Not that it isn't difficult. God didn't choose him over the Sooners (or at least I don't think so). And those announcers!?! Good God (to turn a phrase), get off his . . . um . . . lap. Seriously. These are the same people who tell us that Florida "throttled" Oklahoma (to use ESPN's terminology). Yeah, like George Bush throttled Al Gore in 2000. Folks, until that last pick-turned-touchdown drive, that game could've gone either way. Florida won, and good for them, but there was no "throttling." But this is about Tebow. When announcers, who are well known idiots for saying things that preposterous, can't stop fawning over Tebow the Messiah ("you'll be a better person for spending ten minutes in his precence"), it makes it easy to dislike the kid. Seriously, that kind of talk did Tebow's reputation more harm than good (at least with the 70% of Americans who recognize evolution occurs).
On the other hand, it's not Tebow that deserves the scorn, it's the announcers. So I will continue to think that Tebow is a good kid (even with the unsportsmanlike taunting -- he's a kid playing sports; I'm not proud of it, but I've done some taunting during a game this year, and I'm nowhere near as young). Really, it sounds like he's a genuinely good kid with an authentic faith (which I, for one, prefer to express differently). The announcers, on the other hand . . .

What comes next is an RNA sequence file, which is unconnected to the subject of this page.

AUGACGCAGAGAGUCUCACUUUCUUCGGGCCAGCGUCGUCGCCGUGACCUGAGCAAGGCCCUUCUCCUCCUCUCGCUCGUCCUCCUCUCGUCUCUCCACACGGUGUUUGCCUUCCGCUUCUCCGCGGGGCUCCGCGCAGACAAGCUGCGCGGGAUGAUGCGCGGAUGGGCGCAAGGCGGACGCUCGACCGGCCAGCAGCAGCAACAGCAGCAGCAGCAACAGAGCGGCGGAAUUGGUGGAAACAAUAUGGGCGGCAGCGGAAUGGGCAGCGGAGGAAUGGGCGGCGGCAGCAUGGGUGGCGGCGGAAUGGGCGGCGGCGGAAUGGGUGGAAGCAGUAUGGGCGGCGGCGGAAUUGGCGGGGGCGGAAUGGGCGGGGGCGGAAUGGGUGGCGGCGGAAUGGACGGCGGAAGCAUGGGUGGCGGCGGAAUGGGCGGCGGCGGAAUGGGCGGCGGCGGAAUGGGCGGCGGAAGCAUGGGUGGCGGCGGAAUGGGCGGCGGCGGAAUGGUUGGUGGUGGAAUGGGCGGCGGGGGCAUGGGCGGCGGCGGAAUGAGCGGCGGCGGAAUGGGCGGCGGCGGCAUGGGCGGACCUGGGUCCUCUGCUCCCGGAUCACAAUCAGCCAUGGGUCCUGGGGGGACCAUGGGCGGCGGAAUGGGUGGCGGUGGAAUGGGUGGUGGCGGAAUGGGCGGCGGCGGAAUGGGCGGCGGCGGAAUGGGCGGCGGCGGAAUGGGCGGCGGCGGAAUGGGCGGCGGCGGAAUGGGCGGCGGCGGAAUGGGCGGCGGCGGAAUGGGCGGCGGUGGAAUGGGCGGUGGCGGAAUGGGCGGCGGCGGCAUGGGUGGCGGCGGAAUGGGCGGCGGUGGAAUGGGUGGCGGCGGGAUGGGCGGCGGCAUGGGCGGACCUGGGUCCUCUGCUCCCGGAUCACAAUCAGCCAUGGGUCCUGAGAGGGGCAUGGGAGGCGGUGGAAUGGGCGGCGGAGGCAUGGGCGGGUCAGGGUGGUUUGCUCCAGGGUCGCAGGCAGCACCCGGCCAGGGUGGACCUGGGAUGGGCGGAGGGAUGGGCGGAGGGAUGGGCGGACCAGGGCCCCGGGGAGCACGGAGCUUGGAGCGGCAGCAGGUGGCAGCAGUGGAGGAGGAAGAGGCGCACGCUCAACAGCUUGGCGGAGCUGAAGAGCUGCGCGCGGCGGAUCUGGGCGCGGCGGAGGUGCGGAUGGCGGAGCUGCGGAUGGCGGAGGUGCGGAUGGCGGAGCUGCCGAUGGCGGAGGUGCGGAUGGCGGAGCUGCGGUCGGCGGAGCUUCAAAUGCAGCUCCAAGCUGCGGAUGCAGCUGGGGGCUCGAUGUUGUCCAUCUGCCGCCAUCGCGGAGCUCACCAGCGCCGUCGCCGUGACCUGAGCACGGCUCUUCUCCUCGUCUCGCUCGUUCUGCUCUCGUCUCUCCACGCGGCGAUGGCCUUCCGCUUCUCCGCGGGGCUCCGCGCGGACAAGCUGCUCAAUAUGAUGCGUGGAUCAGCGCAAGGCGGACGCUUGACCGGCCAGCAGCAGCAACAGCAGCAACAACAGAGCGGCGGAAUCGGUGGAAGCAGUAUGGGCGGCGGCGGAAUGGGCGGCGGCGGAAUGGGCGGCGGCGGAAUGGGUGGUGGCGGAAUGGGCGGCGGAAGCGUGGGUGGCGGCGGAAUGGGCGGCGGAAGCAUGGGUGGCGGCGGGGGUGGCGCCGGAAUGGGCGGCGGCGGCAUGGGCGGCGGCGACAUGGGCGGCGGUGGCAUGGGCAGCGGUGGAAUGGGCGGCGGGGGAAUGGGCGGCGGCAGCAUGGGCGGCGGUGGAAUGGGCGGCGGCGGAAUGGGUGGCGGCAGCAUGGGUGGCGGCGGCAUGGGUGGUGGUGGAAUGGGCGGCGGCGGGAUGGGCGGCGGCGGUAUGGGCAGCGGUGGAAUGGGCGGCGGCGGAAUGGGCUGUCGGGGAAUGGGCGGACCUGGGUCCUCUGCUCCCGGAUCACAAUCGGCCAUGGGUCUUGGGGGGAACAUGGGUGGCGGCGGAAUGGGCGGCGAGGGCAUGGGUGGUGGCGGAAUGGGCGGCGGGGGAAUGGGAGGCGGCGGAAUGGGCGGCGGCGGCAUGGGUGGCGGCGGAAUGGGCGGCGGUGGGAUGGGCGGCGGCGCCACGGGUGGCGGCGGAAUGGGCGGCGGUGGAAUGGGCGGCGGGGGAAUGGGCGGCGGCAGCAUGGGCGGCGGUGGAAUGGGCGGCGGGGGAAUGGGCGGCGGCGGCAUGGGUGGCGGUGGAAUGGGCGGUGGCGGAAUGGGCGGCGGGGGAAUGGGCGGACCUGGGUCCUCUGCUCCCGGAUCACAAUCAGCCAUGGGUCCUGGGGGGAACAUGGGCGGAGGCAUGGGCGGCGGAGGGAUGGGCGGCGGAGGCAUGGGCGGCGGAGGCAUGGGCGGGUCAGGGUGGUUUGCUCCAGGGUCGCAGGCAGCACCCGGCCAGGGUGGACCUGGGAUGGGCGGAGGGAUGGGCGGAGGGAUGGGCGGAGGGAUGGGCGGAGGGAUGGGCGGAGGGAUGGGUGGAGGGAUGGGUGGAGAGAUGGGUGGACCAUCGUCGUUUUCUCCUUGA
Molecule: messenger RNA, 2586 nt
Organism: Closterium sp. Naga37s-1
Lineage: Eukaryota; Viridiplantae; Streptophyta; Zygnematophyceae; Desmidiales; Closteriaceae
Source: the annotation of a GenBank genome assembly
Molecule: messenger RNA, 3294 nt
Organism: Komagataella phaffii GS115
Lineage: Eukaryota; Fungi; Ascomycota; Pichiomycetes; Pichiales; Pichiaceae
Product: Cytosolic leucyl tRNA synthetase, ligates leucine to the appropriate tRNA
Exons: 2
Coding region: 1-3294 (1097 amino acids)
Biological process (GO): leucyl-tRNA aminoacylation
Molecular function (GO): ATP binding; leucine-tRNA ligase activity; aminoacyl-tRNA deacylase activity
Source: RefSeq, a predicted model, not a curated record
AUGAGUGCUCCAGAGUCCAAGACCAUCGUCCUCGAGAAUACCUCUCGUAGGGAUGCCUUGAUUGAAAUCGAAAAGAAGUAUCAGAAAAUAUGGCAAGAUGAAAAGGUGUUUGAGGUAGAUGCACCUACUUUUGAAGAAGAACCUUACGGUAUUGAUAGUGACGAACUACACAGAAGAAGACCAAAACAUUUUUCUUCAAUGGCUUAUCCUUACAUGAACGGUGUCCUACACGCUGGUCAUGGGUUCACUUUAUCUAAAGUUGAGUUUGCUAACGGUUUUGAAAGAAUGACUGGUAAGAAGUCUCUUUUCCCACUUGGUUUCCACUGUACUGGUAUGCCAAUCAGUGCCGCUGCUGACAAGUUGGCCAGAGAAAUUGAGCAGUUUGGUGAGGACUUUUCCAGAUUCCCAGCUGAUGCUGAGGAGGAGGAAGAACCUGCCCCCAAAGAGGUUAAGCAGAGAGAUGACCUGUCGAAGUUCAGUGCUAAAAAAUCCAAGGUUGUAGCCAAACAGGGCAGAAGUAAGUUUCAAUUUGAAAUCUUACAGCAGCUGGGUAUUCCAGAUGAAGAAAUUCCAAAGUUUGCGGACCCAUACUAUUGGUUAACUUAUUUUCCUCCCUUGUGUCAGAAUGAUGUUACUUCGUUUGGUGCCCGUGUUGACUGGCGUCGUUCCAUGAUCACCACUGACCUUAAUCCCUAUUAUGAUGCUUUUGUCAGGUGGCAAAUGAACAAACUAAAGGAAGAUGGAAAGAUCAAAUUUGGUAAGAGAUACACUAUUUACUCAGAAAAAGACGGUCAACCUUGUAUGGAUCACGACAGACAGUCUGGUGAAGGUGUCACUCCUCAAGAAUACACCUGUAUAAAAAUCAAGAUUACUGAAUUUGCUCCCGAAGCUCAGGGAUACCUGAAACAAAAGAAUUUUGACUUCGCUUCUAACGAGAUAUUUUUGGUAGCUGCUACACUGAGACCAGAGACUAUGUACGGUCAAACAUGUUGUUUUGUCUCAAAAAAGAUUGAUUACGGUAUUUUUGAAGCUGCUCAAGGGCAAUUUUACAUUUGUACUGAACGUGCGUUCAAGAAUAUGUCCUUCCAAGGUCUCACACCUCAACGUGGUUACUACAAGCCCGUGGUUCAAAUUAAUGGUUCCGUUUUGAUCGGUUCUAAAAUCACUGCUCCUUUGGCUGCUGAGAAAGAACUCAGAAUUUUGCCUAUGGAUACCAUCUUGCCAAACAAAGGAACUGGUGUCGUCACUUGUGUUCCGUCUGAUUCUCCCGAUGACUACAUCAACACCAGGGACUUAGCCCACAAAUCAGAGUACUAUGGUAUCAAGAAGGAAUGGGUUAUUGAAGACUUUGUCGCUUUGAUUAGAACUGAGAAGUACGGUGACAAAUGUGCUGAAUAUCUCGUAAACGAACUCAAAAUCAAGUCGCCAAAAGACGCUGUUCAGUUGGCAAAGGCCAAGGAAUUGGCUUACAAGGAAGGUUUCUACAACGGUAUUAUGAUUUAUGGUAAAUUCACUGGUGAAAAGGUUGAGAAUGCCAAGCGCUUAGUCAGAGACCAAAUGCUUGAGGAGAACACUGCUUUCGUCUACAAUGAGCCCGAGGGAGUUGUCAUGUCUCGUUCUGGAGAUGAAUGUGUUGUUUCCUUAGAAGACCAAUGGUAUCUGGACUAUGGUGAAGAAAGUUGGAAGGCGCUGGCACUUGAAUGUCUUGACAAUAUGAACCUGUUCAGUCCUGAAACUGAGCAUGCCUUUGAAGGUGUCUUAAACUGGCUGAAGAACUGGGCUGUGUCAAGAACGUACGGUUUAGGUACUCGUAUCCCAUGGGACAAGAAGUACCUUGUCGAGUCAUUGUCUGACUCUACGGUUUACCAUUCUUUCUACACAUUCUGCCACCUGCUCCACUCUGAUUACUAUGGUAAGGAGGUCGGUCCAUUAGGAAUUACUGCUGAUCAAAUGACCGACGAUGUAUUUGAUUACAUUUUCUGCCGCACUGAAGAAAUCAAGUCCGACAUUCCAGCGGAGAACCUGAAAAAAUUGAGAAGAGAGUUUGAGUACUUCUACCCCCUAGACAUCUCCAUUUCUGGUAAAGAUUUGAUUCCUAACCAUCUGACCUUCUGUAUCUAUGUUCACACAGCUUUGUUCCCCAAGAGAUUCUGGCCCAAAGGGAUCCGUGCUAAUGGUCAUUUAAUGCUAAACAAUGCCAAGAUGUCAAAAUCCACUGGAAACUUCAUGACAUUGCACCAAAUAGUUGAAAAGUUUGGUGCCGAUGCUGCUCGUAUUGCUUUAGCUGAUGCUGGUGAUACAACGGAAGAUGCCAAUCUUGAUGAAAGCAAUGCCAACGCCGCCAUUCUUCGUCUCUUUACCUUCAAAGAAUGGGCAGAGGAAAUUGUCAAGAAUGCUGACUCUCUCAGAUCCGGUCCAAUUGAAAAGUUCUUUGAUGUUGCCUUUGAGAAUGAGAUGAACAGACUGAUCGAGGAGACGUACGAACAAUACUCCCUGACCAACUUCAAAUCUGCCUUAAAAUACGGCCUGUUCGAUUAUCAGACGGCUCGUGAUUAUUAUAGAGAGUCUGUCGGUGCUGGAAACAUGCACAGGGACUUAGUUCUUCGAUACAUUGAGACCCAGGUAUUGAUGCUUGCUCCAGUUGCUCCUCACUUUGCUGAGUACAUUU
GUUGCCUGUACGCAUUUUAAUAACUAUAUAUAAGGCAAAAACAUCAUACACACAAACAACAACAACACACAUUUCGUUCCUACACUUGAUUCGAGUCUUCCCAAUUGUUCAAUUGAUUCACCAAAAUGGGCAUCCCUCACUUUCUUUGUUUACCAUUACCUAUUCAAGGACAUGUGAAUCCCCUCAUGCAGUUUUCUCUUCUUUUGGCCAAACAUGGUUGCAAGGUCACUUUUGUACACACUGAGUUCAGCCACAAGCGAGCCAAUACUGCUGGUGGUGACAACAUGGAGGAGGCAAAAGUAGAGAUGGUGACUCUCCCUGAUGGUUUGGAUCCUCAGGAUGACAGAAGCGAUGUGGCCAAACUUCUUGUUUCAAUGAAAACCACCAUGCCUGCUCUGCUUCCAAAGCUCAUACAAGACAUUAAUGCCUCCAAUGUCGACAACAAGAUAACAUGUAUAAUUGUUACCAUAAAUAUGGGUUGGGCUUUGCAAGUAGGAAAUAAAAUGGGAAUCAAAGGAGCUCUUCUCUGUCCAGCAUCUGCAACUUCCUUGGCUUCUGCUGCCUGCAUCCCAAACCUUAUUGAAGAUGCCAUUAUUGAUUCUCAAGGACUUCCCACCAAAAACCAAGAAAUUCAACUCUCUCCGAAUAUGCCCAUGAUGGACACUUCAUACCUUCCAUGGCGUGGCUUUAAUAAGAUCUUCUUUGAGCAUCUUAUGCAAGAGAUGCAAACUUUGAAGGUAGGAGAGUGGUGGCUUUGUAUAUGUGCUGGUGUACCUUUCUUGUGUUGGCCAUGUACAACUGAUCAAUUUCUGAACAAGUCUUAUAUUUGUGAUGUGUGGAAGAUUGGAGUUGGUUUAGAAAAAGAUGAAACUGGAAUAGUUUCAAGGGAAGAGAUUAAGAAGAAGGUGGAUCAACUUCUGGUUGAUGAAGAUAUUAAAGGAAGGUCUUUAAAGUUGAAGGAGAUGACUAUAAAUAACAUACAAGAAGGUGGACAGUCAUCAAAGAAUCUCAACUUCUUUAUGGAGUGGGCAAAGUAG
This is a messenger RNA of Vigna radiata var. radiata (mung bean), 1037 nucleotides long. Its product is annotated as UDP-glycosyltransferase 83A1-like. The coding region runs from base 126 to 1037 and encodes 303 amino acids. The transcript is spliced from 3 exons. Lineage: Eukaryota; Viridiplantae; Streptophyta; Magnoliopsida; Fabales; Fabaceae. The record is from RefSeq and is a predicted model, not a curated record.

Final thought on the BCS title game: Congratulations Florida, Coach Meyer, Harvin, Tebow -- and Oklahoma, Coach Stoops, and Bradford. Well done.
PS. Remember when we went for it late against Tennessee in the '08 Outback? We should've taken the points. Then we wouldn't have needed a touchdown, just a field goal to tie it, when Donovan threw that last interception. So I repeat: TAKE THE POINTS. Badger fans? Take note.
I'm in the highly pessimistic mode on this one for a handful of reasons. It's true that we could add a date next year because we're playing @ Hawaii, meaning we can add a 13th game. It's also true that our OOC slate is pretty poor. Nonetheless, a home and home with Texas is going to be hard to come by for UW and I'm not at all sure it's what the AD really wants at this point.
Nonetheless, I thought I'd throw it out there in case it sticks so that I can look like a genius . . .
edit: confirmation that he will declare for the draft.